The real 'escape route', as we know, is the Sacrament of Confession in which we are healed, restored, absolved and forgiven by Our Lord Jesus Christ. Our real happiness lies in the Most Holy Sacrament of the Altar, the Body and Blood of Our Lord Jesus Christ Who alone can satisfy our desires, which find their absolute fulfilment in the Godhead. The real escape route is in holy prayer and union with God. The dazzling attractions offered to us in the name of freedom by the Devil are distractions from our union with God, which he wishes, through great cunning and malice, to deprive God's children of. 'I want to break free' may express in music how so often we feel, but we will find ourselves chained in other ways, in manacles of iron placed on us by mortal sin, if we sever our Communion with God. Our Saviour tells us that the truth will set you free and for Him to set us free is to free indeed. The false kind of freedom of that we embrace through sin makes us slaves and creates victims of individuals, marriages, families, wounding the Church and society itself. This false conception of freedom is at the heart of the ongoing controversies and scandals of abortion, same-sex marriage, artificial contraception, IVF, assisted suicide, euthanasia, embryonic research, divorce, remarriage and every aspect of the culture of death.

We can easily fall into the trap of thinking that the love of our own wills and the indulgence of our passions or pleasures are the decisive factor in defining where our own happiness lies. Yet that which looks so appealing can so easily enslave us, wherein the irony of a fallen priest announcing his own feelings of leaving the secular priesthood to live a more 'secular life' altogether in terms of the 'breaking of chains' becomes tragically evocative and richly symbolic.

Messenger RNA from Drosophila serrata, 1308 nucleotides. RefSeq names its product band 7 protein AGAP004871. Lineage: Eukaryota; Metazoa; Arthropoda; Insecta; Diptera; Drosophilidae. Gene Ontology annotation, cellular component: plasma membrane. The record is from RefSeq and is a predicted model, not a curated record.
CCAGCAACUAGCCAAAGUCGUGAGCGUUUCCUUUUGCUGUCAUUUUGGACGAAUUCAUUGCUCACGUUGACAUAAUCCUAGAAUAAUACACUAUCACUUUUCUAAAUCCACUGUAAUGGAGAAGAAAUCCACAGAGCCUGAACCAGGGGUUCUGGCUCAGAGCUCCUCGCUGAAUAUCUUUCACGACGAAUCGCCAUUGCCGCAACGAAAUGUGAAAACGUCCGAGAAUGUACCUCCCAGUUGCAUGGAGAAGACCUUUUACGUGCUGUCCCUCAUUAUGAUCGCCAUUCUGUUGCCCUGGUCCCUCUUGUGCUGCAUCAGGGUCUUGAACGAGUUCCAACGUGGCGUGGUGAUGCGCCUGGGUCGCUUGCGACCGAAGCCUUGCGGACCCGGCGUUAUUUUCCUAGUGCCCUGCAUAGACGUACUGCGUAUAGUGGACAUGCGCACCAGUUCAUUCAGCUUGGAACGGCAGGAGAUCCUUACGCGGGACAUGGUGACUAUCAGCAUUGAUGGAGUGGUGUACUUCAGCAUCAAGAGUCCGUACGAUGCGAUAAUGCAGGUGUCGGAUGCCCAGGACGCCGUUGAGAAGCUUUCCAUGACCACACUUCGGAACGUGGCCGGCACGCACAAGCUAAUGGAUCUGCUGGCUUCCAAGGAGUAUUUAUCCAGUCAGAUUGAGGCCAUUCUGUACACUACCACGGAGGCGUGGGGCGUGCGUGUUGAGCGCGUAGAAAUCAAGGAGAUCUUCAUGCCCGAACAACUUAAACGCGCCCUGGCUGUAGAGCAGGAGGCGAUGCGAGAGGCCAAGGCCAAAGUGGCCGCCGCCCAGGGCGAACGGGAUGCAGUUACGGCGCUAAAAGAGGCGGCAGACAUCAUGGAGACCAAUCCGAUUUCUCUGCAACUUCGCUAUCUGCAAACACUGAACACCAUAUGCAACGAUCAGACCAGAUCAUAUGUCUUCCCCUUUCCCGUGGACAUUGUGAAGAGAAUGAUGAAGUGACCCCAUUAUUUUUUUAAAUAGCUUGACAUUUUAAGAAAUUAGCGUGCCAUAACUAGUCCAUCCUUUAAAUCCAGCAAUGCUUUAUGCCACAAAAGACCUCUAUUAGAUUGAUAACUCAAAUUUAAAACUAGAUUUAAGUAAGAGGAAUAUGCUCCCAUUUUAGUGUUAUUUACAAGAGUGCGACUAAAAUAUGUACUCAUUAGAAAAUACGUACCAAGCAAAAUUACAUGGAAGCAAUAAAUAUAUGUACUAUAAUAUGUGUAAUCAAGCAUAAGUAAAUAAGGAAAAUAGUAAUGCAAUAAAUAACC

I've been reading some of the writings of St Louis De Montfort recently and - more than anyone I have read - the language of slavery appears in his writings. He actively promotes, with no hesitation at all - the slavery of the soul in holy love to the Blessed Virgin Mary. It is there in his 'Consecration Prayer' after the 33 Days Consecration to Mary. Time and again his prayers, his meditations call the reader to a devotion to Mary and, through this Heavenly Mother, to Jesus, that is one of holy and devoted slavery.